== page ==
The Engagement Is Off!!

September 28th, 2010

The curtains are closed, the black armbands are on and the funeral dirges are playing. It’s a time of great mourning in the Olson empire. Our grandson’s engagement is off….

No, no, he wasn’t planning on getting married—he’s only twelve and, even though his voice has changed, he’s still pre-pubescent for heaven’s sake. And there are no marriageable twelve year old girls available anyway—at least not in our neighbourhood.

It’s not a romantic interest that has gone awry. Much to the chagrin and dismay of his grandfather, it’s with hockey that the engagement has been broken. You see, after a stellar seven year career from tyke to pee wee, the boy has made a decision to hang up his skates. The decision wasn’t easy to make but, after careful thought and consideration, he concluded that hockey was not fun anymore and it was time to move on to other things. In so many words, he said he no longer felt connected with the game, the hockey association or the team to which he was assigned and, in the end, he didn’t want to commit time and energy to something that he no longer enjoyed.

So how does it come to this? What is it that makes work or play less fun; that causes people, regardless of age, to turn their backs on something that they’ve invested in for years and decide that they are no longer willing to commit their emotional, cognitive and physical energy to something? Minor hockey, I think, provides an organizational microcosm within which we can look for answers to these questions.

The process of losing interest and commitment is erosive. The decision to quit something is rarely made in haste. Generally speaking people soldier on, hoping that conditions will change for the better, until they are simply exhausted and feel that the only way they can regain their verve or mojo is to leave and go elsewhere—elsewhere being where conditions enhance rather than deplete their feelings of engagement.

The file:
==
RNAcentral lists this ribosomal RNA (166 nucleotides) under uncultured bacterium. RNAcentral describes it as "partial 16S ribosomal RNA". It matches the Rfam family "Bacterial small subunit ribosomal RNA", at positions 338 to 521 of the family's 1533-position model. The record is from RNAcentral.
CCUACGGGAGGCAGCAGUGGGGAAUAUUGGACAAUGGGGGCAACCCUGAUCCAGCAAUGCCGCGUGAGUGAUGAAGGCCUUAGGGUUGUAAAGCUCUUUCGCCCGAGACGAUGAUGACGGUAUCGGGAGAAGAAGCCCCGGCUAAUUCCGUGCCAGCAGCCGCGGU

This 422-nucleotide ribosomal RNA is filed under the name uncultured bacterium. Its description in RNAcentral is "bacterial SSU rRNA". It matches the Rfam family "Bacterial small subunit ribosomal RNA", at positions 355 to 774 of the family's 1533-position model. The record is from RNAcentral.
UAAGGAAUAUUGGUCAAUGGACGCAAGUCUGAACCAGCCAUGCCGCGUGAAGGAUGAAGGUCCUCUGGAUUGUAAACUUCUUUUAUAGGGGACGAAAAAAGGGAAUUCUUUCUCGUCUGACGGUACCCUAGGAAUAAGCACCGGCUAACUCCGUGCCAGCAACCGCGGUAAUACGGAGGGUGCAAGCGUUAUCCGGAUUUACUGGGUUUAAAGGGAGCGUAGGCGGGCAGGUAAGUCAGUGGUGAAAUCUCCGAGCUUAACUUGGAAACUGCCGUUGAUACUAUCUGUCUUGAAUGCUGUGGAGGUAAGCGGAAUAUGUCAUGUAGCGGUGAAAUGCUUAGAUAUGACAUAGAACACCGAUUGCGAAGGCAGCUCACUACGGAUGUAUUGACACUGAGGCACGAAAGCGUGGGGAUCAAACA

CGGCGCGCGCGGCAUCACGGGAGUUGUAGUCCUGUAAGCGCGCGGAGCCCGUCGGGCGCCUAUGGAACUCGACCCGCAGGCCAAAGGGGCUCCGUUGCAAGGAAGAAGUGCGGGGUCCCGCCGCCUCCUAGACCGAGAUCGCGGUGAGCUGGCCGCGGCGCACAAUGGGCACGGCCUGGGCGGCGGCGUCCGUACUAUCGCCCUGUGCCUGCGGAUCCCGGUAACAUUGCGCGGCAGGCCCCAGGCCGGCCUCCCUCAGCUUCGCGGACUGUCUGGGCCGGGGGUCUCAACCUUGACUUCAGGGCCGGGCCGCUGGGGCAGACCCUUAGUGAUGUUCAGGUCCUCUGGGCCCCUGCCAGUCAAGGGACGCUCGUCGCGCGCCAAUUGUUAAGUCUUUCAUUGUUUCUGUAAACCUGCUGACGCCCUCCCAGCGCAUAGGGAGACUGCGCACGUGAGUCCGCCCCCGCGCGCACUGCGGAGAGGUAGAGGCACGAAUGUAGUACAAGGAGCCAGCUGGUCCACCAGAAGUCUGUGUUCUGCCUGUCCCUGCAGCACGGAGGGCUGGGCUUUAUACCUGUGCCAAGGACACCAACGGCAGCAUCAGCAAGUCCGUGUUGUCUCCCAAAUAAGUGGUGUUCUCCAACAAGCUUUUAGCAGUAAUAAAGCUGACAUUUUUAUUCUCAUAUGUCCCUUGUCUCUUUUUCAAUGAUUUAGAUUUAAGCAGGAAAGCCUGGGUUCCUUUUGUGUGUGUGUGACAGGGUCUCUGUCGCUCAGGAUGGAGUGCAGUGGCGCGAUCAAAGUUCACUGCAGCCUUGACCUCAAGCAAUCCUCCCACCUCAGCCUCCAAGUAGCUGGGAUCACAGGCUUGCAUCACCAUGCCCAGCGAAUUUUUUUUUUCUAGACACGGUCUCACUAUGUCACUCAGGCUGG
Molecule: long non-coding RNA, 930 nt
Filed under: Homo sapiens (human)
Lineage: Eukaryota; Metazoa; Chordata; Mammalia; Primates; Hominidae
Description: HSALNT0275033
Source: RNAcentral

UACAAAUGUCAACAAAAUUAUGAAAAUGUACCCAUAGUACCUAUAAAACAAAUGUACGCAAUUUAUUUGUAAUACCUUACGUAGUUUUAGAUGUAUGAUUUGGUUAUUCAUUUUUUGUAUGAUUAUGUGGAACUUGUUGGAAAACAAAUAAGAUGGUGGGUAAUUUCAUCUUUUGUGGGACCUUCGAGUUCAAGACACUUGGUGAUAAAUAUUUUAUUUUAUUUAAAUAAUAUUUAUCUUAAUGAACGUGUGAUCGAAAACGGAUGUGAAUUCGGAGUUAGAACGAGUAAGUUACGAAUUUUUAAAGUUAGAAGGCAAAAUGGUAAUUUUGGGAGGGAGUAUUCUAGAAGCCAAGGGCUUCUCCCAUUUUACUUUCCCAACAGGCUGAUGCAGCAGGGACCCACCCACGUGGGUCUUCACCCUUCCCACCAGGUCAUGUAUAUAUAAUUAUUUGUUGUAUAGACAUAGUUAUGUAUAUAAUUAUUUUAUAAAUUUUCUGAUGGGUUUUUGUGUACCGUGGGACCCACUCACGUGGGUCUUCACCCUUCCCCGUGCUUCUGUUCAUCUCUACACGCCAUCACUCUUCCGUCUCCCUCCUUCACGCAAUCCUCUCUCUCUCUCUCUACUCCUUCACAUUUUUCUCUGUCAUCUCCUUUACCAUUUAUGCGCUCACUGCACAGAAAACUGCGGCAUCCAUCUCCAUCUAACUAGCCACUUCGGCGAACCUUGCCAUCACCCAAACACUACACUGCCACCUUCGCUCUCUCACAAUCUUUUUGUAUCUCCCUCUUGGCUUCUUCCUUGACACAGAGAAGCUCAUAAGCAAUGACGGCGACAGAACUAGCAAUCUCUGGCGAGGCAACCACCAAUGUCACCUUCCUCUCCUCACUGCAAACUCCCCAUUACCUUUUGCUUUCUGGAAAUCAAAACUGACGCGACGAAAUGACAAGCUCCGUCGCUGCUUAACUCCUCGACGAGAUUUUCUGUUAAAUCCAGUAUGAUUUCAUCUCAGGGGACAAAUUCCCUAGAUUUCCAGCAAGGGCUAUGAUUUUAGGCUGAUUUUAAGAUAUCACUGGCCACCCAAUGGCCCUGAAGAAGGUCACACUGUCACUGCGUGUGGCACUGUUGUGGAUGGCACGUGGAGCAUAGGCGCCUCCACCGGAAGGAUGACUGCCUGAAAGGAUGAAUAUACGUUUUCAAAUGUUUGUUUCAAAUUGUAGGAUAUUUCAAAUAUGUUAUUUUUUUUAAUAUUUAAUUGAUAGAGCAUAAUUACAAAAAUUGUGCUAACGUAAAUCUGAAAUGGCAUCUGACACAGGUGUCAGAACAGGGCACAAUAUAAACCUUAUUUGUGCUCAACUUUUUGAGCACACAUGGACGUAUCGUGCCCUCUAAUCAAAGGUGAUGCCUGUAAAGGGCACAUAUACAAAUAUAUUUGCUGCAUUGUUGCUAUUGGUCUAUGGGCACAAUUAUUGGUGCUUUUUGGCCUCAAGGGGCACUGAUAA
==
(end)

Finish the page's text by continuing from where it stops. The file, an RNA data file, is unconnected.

What is engagement? Well, it is often described as the degree to which a person feels an intense personal connection with a team, organization or cause;  one characterized by a display of emotional, cognitive and physical behaviours that create personal and organizational success. The notion has considerable currency for organizational behaviour types like me and has been articulated most famously by the Gallup organization through the development of their twelve factor model. Lack of space precludes a discussion of all twelve factors but, suffice to say, that according to Gallup, each needs to be present in considerable measure if people are going to be highly engaged.

While not all of the Gallup factors are directly applicable to minor hockey and the slow erosion of my grandson’s interest in it, there are some that do make sense when put into a  context. In this missive I’ll deal with learning, growth and, to a lesser extent, the need to be regarded as a person. The next blog entry will continue the hockey theme and elaborate on how friends, relationships and leaders contribute to engagement. Hopefully the portability of the concepts and their applicability to your organization will be apparent.

Learning and growth are values fundamental to most, if not all, minor hockey programs.  They are also included in Gallup’s engagement factors. Essentially, the more opportunity one has to learn and grow the greater the sense of engagement. In minor hockey, great attention is given to these values during the “tim-bit” years. However, the focus on learning and development for all the kids involved begins to wane as the players get older, differences in skill become more apparent and political considerations begin to kick in. While the quality of coaching remains consistent for the elite kids, it is often less so for those who play at lower levels. The ultimate manifestation of this is the recruitment of coaches from outside the association to handle the elite bantam and pee wee teams while the development of the less skilled kids is left to parent volunteers who, while highly committed, often lack the ability, knowledge and resources needed to assess individual developmental needs, do gap analyses and prepare and execute individual developmental plans. Even if they did have the resources to do all of this, as with supervisors and managers in some organizations I’ve worked with, few have the inclination or ability to provide regular, timely and specific feedback to the players as their plans are operationalized. Are there organizational parallels here? I think so.